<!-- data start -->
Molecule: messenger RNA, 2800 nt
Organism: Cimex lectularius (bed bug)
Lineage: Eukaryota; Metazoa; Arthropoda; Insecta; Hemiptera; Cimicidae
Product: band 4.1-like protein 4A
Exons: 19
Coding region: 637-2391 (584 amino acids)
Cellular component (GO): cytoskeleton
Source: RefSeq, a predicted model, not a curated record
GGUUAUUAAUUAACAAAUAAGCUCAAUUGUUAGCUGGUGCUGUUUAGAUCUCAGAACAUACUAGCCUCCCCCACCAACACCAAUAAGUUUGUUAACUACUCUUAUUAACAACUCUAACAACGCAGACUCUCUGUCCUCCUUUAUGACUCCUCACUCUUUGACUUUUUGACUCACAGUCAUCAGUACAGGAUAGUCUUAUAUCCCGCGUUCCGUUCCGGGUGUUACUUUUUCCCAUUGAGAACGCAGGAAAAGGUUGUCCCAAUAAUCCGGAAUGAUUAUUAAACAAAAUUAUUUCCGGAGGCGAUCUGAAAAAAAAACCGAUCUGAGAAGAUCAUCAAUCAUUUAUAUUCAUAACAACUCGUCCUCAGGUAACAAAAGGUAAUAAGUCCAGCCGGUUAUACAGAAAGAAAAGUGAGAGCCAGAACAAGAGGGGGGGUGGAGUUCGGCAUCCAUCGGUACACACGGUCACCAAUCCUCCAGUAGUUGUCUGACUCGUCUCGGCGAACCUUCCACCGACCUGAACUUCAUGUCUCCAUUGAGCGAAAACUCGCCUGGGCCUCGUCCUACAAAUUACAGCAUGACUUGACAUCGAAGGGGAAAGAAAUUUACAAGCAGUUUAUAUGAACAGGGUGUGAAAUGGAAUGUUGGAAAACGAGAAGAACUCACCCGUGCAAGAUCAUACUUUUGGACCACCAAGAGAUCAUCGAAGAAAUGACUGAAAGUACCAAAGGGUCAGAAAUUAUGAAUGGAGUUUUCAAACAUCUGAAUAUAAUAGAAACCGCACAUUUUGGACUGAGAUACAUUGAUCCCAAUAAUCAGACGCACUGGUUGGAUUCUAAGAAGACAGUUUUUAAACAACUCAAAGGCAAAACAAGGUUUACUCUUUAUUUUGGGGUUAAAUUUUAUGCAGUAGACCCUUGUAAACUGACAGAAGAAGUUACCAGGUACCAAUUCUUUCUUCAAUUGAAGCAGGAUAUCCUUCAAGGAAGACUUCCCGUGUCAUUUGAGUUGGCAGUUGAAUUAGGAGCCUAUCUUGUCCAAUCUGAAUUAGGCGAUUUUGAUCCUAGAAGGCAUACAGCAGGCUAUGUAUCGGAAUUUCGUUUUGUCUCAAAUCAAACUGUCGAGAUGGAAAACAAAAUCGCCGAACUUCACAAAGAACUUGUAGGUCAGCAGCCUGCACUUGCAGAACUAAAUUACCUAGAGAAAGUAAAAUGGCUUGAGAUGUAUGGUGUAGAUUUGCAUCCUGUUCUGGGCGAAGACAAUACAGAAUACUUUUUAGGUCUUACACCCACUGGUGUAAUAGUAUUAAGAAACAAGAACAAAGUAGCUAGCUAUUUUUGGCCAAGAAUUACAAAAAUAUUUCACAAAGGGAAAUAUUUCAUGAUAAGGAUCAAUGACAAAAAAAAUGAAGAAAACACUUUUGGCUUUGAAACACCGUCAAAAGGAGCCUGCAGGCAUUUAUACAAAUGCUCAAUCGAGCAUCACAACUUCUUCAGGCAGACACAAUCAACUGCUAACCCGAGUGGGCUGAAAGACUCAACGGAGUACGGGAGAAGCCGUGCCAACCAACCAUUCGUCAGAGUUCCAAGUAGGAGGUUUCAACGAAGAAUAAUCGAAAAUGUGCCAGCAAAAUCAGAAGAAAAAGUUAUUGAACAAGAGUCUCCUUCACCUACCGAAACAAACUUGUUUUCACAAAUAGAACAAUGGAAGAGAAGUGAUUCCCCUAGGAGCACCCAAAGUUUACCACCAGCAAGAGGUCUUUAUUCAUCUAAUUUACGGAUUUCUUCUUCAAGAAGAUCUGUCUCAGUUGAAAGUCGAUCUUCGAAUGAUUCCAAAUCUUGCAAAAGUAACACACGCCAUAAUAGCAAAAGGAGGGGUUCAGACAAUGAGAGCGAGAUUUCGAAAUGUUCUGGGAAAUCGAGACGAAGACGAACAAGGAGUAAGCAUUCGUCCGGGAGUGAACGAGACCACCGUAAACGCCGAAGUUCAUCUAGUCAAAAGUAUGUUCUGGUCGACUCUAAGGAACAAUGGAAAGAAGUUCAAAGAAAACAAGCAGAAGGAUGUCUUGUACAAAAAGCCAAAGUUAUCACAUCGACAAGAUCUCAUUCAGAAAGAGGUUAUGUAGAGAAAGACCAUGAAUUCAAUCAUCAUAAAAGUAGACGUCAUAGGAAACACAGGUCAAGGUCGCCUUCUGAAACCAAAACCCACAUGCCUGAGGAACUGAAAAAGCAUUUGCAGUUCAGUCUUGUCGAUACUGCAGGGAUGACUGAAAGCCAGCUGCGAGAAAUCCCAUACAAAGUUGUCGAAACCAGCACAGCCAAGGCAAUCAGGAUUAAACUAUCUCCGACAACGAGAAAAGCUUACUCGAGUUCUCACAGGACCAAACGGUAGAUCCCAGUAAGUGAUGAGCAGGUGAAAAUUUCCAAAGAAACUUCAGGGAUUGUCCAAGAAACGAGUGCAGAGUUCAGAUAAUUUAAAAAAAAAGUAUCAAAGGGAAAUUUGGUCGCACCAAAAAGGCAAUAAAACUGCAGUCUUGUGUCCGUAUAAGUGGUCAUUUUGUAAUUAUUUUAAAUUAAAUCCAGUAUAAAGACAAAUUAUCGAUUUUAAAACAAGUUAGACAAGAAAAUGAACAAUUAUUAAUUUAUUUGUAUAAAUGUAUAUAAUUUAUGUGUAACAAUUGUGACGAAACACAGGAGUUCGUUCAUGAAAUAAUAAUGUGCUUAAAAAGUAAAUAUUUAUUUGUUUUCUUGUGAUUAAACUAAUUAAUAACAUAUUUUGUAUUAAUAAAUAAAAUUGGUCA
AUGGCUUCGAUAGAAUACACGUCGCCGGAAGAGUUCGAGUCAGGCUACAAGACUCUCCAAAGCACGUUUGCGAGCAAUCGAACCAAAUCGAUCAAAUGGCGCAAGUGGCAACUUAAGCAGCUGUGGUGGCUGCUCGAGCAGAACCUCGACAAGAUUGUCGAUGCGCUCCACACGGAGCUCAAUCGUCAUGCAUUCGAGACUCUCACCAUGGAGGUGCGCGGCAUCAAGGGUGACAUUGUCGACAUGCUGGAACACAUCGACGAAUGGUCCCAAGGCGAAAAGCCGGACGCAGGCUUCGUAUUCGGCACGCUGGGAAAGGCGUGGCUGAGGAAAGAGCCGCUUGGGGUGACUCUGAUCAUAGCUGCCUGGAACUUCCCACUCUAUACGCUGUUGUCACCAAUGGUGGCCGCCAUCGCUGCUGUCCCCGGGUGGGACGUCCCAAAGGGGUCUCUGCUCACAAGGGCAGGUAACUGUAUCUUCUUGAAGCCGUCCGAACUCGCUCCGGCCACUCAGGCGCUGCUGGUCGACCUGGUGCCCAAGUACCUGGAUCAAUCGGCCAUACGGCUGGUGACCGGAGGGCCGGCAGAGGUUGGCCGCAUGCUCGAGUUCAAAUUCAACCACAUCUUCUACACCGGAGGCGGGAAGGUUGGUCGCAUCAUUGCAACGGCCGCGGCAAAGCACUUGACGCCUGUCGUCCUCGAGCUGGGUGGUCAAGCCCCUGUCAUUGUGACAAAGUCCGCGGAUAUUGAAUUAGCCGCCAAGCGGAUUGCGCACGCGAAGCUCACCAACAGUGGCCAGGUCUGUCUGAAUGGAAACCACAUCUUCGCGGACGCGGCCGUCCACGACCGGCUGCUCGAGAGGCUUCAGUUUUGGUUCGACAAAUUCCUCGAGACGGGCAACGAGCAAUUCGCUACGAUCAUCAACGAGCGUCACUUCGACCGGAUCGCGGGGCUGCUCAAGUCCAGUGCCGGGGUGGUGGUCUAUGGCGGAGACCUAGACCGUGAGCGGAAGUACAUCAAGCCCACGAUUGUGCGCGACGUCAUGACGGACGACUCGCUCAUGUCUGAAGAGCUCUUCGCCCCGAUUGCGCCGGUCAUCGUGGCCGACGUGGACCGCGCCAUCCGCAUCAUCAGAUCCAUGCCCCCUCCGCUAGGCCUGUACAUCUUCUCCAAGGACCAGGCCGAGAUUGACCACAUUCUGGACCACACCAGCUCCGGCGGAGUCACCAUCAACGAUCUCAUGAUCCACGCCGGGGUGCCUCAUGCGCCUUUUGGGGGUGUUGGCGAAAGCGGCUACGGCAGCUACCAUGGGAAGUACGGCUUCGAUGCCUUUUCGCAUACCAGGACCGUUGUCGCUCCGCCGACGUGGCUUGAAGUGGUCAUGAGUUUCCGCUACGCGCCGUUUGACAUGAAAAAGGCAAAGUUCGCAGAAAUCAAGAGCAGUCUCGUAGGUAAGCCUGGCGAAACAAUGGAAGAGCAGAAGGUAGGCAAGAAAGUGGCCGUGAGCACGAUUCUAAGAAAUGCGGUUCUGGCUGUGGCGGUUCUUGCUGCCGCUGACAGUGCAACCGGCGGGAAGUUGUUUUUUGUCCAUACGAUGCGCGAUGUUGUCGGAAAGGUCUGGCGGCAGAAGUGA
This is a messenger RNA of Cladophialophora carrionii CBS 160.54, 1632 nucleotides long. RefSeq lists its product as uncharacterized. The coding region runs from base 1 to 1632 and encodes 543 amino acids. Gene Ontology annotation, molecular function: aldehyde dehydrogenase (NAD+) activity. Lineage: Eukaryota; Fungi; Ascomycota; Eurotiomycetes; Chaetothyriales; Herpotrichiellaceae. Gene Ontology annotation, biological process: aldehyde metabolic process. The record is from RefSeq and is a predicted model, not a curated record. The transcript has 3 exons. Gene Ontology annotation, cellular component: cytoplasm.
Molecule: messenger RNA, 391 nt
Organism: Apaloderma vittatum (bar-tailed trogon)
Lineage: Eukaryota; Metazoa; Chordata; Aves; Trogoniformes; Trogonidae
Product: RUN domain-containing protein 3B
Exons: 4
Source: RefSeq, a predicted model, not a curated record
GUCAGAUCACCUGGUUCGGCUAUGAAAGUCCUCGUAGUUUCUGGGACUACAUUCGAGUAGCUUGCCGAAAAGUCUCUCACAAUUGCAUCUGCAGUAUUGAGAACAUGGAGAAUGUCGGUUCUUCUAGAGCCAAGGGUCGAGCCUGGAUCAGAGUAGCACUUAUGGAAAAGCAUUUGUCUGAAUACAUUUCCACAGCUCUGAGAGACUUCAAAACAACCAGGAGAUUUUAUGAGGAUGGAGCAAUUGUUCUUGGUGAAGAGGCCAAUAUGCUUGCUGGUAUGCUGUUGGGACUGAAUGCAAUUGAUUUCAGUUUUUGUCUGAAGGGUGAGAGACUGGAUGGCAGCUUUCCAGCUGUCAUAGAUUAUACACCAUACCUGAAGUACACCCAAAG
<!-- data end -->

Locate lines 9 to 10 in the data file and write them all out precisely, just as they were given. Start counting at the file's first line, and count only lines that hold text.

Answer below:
GGUUAUUAAUUAACAAAUAAGCUCAAUUGUUAGCUGGUGCUGUUUAGAUCUCAGAACAUACUAGCCUCCCCCACCAACACCAAUAAGUUUGUUAACUACUCUUAUUAACAACUCUAACAACGCAGACUCUCUGUCCUCCUUUAUGACUCCUCACUCUUUGACUUUUUGACUCACAGUCAUCAGUACAGGAUAGUCUUAUAUCCCGCGUUCCGUUCCGGGUGUUACUUUUUCCCAUUGAGAACGCAGGAAAAGGUUGUCCCAAUAAUCCGGAAUGAUUAUUAAACAAAAUUAUUUCCGGAGGCGAUCUGAAAAAAAAACCGAUCUGAGAAGAUCAUCAAUCAUUUAUAUUCAUAACAACUCGUCCUCAGGUAACAAAAGGUAAUAAGUCCAGCCGGUUAUACAGAAAGAAAAGUGAGAGCCAGAACAAGAGGGGGGGUGGAGUUCGGCAUCCAUCGGUACACACGGUCACCAAUCCUCCAGUAGUUGUCUGACUCGUCUCGGCGAACCUUCCACCGACCUGAACUUCAUGUCUCCAUUGAGCGAAAACUCGCCUGGGCCUCGUCCUACAAAUUACAGCAUGACUUGACAUCGAAGGGGAAAGAAAUUUACAAGCAGUUUAUAUGAACAGGGUGUGAAAUGGAAUGUUGGAAAACGAGAAGAACUCACCCGUGCAAGAUCAUACUUUUGGACCACCAAGAGAUCAUCGAAGAAAUGACUGAAAGUACCAAAGGGUCAGAAAUUAUGAAUGGAGUUUUCAAACAUCUGAAUAUAAUAGAAACCGCACAUUUUGGACUGAGAUACAUUGAUCCCAAUAAUCAGACGCACUGGUUGGAUUCUAAGAAGACAGUUUUUAAACAACUCAAAGGCAAAACAAGGUUUACUCUUUAUUUUGGGGUUAAAUUUUAUGCAGUAGACCCUUGUAAACUGACAGAAGAAGUUACCAGGUACCAAUUCUUUCUUCAAUUGAAGCAGGAUAUCCUUCAAGGAAGACUUCCCGUGUCAUUUGAGUUGGCAGUUGAAUUAGGAGCCUAUCUUGUCCAAUCUGAAUUAGGCGAUUUUGAUCCUAGAAGGCAUACAGCAGGCUAUGUAUCGGAAUUUCGUUUUGUCUCAAAUCAAACUGUCGAGAUGGAAAACAAAAUCGCCGAACUUCACAAAGAACUUGUAGGUCAGCAGCCUGCACUUGCAGAACUAAAUUACCUAGAGAAAGUAAAAUGGCUUGAGAUGUAUGGUGUAGAUUUGCAUCCUGUUCUGGGCGAAGACAAUACAGAAUACUUUUUAGGUCUUACACCCACUGGUGUAAUAGUAUUAAGAAACAAGAACAAAGUAGCUAGCUAUUUUUGGCCAAGAAUUACAAAAAUAUUUCACAAAGGGAAAUAUUUCAUGAUAAGGAUCAAUGACAAAAAAAAUGAAGAAAACACUUUUGGCUUUGAAACACCGUCAAAAGGAGCCUGCAGGCAUUUAUACAAAUGCUCAAUCGAGCAUCACAACUUCUUCAGGCAGACACAAUCAACUGCUAACCCGAGUGGGCUGAAAGACUCAACGGAGUACGGGAGAAGCCGUGCCAACCAACCAUUCGUCAGAGUUCCAAGUAGGAGGUUUCAACGAAGAAUAAUCGAAAAUGUGCCAGCAAAAUCAGAAGAAAAAGUUAUUGAACAAGAGUCUCCUUCACCUACCGAAACAAACUUGUUUUCACAAAUAGAACAAUGGAAGAGAAGUGAUUCCCCUAGGAGCACCCAAAGUUUACCACCAGCAAGAGGUCUUUAUUCAUCUAAUUUACGGAUUUCUUCUUCAAGAAGAUCUGUCUCAGUUGAAAGUCGAUCUUCGAAUGAUUCCAAAUCUUGCAAAAGUAACACACGCCAUAAUAGCAAAAGGAGGGGUUCAGACAAUGAGAGCGAGAUUUCGAAAUGUUCUGGGAAAUCGAGACGAAGACGAACAAGGAGUAAGCAUUCGUCCGGGAGUGAACGAGACCACCGUAAACGCCGAAGUUCAUCUAGUCAAAAGUAUGUUCUGGUCGACUCUAAGGAACAAUGGAAAGAAGUUCAAAGAAAACAAGCAGAAGGAUGUCUUGUACAAAAAGCCAAAGUUAUCACAUCGACAAGAUCUCAUUCAGAAAGAGGUUAUGUAGAGAAAGACCAUGAAUUCAAUCAUCAUAAAAGUAGACGUCAUAGGAAACACAGGUCAAGGUCGCCUUCUGAAACCAAAACCCACAUGCCUGAGGAACUGAAAAAGCAUUUGCAGUUCAGUCUUGUCGAUACUGCAGGGAUGACUGAAAGCCAGCUGCGAGAAAUCCCAUACAAAGUUGUCGAAACCAGCACAGCCAAGGCAAUCAGGAUUAAACUAUCUCCGACAACGAGAAAAGCUUACUCGAGUUCUCACAGGACCAAACGGUAGAUCCCAGUAAGUGAUGAGCAGGUGAAAAUUUCCAAAGAAACUUCAGGGAUUGUCCAAGAAACGAGUGCAGAGUUCAGAUAAUUUAAAAAAAAAGUAUCAAAGGGAAAUUUGGUCGCACCAAAAAGGCAAUAAAACUGCAGUCUUGUGUCCGUAUAAGUGGUCAUUUUGUAAUUAUUUUAAAUUAAAUCCAGUAUAAAGACAAAUUAUCGAUUUUAAAACAAGUUAGACAAGAAAAUGAACAAUUAUUAAUUUAUUUGUAUAAAUGUAUAUAAUUUAUGUGUAACAAUUGUGACGAAACACAGGAGUUCGUUCAUGAAAUAAUAAUGUGCUUAAAAAGUAAAUAUUUAUUUGUUUUCUUGUGAUUAAACUAAUUAAUAACAUAUUUUGUAUUAAUAAAUAAAAUUGGUCA
AUGGCUUCGAUAGAAUACACGUCGCCGGAAGAGUUCGAGUCAGGCUACAAGACUCUCCAAAGCACGUUUGCGAGCAAUCGAACCAAAUCGAUCAAAUGGCGCAAGUGGCAACUUAAGCAGCUGUGGUGGCUGCUCGAGCAGAACCUCGACAAGAUUGUCGAUGCGCUCCACACGGAGCUCAAUCGUCAUGCAUUCGAGACUCUCACCAUGGAGGUGCGCGGCAUCAAGGGUGACAUUGUCGACAUGCUGGAACACAUCGACGAAUGGUCCCAAGGCGAAAAGCCGGACGCAGGCUUCGUAUUCGGCACGCUGGGAAAGGCGUGGCUGAGGAAAGAGCCGCUUGGGGUGACUCUGAUCAUAGCUGCCUGGAACUUCCCACUCUAUACGCUGUUGUCACCAAUGGUGGCCGCCAUCGCUGCUGUCCCCGGGUGGGACGUCCCAAAGGGGUCUCUGCUCACAAGGGCAGGUAACUGUAUCUUCUUGAAGCCGUCCGAACUCGCUCCGGCCACUCAGGCGCUGCUGGUCGACCUGGUGCCCAAGUACCUGGAUCAAUCGGCCAUACGGCUGGUGACCGGAGGGCCGGCAGAGGUUGGCCGCAUGCUCGAGUUCAAAUUCAACCACAUCUUCUACACCGGAGGCGGGAAGGUUGGUCGCAUCAUUGCAACGGCCGCGGCAAAGCACUUGACGCCUGUCGUCCUCGAGCUGGGUGGUCAAGCCCCUGUCAUUGUGACAAAGUCCGCGGAUAUUGAAUUAGCCGCCAAGCGGAUUGCGCACGCGAAGCUCACCAACAGUGGCCAGGUCUGUCUGAAUGGAAACCACAUCUUCGCGGACGCGGCCGUCCACGACCGGCUGCUCGAGAGGCUUCAGUUUUGGUUCGACAAAUUCCUCGAGACGGGCAACGAGCAAUUCGCUACGAUCAUCAACGAGCGUCACUUCGACCGGAUCGCGGGGCUGCUCAAGUCCAGUGCCGGGGUGGUGGUCUAUGGCGGAGACCUAGACCGUGAGCGGAAGUACAUCAAGCCCACGAUUGUGCGCGACGUCAUGACGGACGACUCGCUCAUGUCUGAAGAGCUCUUCGCCCCGAUUGCGCCGGUCAUCGUGGCCGACGUGGACCGCGCCAUCCGCAUCAUCAGAUCCAUGCCCCCUCCGCUAGGCCUGUACAUCUUCUCCAAGGACCAGGCCGAGAUUGACCACAUUCUGGACCACACCAGCUCCGGCGGAGUCACCAUCAACGAUCUCAUGAUCCACGCCGGGGUGCCUCAUGCGCCUUUUGGGGGUGUUGGCGAAAGCGGCUACGGCAGCUACCAUGGGAAGUACGGCUUCGAUGCCUUUUCGCAUACCAGGACCGUUGUCGCUCCGCCGACGUGGCUUGAAGUGGUCAUGAGUUUCCGCUACGCGCCGUUUGACAUGAAAAAGGCAAAGUUCGCAGAAAUCAAGAGCAGUCUCGUAGGUAAGCCUGGCGAAACAAUGGAAGAGCAGAAGGUAGGCAAGAAAGUGGCCGUGAGCACGAUUCUAAGAAAUGCGGUUCUGGCUGUGGCGGUUCUUGCUGCCGCUGACAGUGCAACCGGCGGGAAGUUGUUUUUUGUCCAUACGAUGCGCGAUGUUGUCGGAAAGGUCUGGCGGCAGAAGUGA